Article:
Hey there my name is Mike from Westwood Admission Services. I'll be on Unigo today giving free essay advice. I have a small tutoring business and I want to gauge interest for this season's essays. We have a proven track record of academic excellence, having all of us gaining acceptance into all the schools we applied to.
UC San Diego
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Thanks! Here is my essay that I am hoping to use on a lot of my applications. It's about my experience riding the tube in 7th grade, during the year I lived in London, England. I'm planning on expanding the essay a bit in the end, but am I on the right track?
Camouflaged amongst a sea of pinstripe business suits, I shuffled down the corridors towards the escalator amidst them. I’d sit on the benches and read a book as they might. I’d get up and peer down the tunnel to see if I could see a light barreling around the corner. I’d casually glance at a map; maybe even trace my finger along a potential route. I was young but I embodied the persona of someone who took the tube every morning and every night. Tourists noticed my comfortable stance or the way I walked towards the southbound train with certainty. “Excuse me, but could you tell me how I might be able to get to St. John’s Wood station?” I’d take into consideration which line was running the fastest or which station would be the easiest for them to transfer. “If you end up at Baker Street then you’ve gone too far.”
I usually had a destination: meeting a friend at Piccadilly Circus or getting off at the High Street Kensington stop to walk home. Though, sometimes I didn’t. I’d buy a ticket for the Circle line with the intention of going home. Instead I’d stay on the train. I’d get off and switch to the northbound train. I’d get lost just so I could figure out how to get back. The underground passageways were dark and damp but they comforted me. It was somewhere to hide away while seeming as if I was headed somewhere important and meaningful. I impersonated someone who had a purpose.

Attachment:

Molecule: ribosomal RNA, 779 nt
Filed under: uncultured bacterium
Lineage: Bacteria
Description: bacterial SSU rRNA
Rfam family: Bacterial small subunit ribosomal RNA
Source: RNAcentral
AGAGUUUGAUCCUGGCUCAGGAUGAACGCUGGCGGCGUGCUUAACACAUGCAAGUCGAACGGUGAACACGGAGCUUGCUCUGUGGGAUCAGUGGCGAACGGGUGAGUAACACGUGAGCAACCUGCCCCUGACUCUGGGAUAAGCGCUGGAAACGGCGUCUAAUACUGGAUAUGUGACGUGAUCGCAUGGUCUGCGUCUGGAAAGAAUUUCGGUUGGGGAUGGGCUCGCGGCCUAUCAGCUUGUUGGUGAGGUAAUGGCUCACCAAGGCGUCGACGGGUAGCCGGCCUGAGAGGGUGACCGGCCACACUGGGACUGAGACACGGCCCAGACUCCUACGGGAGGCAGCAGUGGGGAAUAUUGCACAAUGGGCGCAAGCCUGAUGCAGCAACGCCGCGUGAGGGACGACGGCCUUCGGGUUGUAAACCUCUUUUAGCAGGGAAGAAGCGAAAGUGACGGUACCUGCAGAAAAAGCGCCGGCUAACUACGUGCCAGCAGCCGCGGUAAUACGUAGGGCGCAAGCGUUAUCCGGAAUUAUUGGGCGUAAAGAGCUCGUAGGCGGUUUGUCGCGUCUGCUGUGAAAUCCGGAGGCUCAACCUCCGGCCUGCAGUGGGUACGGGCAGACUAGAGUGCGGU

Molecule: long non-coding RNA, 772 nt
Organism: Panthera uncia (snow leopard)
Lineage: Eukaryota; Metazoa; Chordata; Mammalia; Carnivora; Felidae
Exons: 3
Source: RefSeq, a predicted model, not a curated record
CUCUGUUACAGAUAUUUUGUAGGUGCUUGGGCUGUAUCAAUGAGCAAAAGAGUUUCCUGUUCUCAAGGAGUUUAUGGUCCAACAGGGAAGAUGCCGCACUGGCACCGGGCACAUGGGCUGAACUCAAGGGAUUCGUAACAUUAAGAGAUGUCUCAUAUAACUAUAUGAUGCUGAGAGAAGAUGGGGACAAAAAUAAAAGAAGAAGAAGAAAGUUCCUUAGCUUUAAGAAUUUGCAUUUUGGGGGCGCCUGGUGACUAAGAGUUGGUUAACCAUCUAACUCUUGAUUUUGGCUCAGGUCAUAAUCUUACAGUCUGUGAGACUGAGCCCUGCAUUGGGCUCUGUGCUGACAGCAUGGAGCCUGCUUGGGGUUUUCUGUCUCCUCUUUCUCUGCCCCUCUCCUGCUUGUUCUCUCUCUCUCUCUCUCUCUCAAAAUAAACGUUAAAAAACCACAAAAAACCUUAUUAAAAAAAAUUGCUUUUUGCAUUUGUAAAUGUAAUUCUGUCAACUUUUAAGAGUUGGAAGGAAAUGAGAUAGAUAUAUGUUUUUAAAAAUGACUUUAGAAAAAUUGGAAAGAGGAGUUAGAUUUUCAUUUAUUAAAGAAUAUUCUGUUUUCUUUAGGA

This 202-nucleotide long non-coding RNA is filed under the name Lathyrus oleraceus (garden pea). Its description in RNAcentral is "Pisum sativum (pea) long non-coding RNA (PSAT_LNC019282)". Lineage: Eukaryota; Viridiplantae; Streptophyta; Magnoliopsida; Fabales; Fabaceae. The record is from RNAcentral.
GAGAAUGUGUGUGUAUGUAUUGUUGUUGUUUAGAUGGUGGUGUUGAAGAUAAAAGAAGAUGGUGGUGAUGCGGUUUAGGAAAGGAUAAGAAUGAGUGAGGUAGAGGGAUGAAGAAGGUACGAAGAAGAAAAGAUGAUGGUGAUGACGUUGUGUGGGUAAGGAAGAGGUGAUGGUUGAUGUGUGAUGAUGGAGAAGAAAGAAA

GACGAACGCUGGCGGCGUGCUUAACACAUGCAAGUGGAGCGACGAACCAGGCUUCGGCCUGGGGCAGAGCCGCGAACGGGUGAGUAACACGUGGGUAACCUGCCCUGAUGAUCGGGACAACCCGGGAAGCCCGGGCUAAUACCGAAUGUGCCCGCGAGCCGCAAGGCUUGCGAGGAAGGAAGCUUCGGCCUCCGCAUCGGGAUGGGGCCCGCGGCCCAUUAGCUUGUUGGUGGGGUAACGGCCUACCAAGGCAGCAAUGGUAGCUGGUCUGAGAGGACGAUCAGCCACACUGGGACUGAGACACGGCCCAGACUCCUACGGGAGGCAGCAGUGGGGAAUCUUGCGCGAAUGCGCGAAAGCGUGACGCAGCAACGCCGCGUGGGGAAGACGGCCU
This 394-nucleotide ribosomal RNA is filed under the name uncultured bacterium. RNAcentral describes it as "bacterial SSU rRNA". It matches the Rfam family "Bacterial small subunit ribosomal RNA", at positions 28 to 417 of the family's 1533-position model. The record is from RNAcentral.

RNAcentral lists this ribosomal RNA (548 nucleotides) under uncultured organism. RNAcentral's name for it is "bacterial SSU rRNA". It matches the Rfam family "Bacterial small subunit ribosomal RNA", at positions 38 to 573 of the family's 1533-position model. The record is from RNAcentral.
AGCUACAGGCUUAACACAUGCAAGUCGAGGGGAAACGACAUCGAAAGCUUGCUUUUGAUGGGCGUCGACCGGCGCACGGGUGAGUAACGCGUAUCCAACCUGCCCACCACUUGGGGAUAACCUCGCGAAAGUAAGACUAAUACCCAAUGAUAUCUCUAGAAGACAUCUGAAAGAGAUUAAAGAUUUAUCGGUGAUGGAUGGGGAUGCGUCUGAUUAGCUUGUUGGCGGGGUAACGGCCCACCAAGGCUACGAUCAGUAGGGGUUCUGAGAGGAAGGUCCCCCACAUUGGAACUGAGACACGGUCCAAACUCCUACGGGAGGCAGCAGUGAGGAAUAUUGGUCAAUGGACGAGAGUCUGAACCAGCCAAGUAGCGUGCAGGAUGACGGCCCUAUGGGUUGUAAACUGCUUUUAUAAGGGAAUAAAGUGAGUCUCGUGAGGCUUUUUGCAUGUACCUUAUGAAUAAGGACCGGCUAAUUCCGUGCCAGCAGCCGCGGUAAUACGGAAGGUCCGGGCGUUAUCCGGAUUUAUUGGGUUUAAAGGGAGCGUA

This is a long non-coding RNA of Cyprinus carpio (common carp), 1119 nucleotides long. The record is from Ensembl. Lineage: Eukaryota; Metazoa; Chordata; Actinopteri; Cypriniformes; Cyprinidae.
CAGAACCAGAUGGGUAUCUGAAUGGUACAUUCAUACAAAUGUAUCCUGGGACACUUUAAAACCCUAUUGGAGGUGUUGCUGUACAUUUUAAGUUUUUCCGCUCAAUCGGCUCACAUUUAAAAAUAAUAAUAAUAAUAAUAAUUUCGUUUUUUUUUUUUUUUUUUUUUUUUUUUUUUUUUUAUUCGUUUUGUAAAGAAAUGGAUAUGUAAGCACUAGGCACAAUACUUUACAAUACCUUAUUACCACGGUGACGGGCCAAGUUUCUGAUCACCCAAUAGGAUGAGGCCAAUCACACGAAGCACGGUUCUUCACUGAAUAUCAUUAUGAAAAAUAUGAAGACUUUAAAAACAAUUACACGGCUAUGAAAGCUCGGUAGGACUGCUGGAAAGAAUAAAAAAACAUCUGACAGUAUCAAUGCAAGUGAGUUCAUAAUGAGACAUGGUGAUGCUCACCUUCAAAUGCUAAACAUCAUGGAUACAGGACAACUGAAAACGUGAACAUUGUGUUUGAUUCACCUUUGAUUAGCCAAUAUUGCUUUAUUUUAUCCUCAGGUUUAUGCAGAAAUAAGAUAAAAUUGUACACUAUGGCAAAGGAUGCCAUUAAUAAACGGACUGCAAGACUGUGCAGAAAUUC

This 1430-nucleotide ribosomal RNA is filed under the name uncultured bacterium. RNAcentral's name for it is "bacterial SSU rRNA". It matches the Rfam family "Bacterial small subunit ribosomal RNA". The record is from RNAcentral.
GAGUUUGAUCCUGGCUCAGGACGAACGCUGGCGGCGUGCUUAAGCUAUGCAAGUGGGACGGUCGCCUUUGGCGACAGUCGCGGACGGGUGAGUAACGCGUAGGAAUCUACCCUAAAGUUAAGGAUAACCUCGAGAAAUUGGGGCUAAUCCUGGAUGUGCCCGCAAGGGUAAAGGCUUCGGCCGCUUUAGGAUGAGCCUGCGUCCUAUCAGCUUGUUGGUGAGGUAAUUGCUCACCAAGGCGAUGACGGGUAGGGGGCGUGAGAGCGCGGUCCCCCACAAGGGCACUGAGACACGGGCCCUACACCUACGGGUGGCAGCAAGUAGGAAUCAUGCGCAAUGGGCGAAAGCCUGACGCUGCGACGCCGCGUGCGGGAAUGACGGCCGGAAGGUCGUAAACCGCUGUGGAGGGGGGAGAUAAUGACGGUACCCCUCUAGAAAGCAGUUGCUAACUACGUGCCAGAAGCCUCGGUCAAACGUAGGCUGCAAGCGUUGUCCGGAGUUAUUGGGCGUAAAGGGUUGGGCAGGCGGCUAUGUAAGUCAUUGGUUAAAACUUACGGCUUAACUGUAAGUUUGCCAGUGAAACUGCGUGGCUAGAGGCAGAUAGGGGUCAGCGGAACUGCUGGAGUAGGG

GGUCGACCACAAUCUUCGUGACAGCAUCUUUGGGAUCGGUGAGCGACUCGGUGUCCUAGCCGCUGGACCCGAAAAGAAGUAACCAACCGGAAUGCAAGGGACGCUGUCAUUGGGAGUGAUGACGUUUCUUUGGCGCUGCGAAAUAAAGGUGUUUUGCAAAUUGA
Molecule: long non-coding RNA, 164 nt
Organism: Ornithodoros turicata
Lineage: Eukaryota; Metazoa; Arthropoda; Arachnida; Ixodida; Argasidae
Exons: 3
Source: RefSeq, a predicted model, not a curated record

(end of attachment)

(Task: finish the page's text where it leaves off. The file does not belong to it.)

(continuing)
It wasn’t just the satisfactory feeling of understanding a system that challenged others. I liked walking up the stairwell, up onto the busy sidewalk, and the way the sun smothered my eyes. I liked the moment when I’d walk onto a train and my eyes would have to dart around to find a seat. I was delighted when young men would jump up, clutching their briefcase, and usher me into their own seat. I liked sitting down, holding myself tightly together to assure I wouldn’t invade another passenger’s space. I liked the automated voices that bellowed down there, announcing an approaching train or any delays as if it was genuinely concerned with my well-being. I liked the red digital screens that denoted the precise time trains would arrive—then I’d like to prove them wrong when they’d be a few minutes late.
Though, these traveling escapades weren’t always safe and guarded. The slimy underground hallways were lined with homeless musicians. Some of them would drunkenly slur offensive chants, and stab me with their stares as I’d quickly walk by. The walls of these hallways, once painted white, were browning and covered in an evident sheath of mold and mildew. It was certainly dangerous, especially given my age. But as my body tensed up as I began to feel alarmed, the thrill would only perpetuate my passion. A young girl shouldn’t take the subway alone… and at night! I kept a composed, confident posture within each stride as I continued to travel somewhere or nowhere.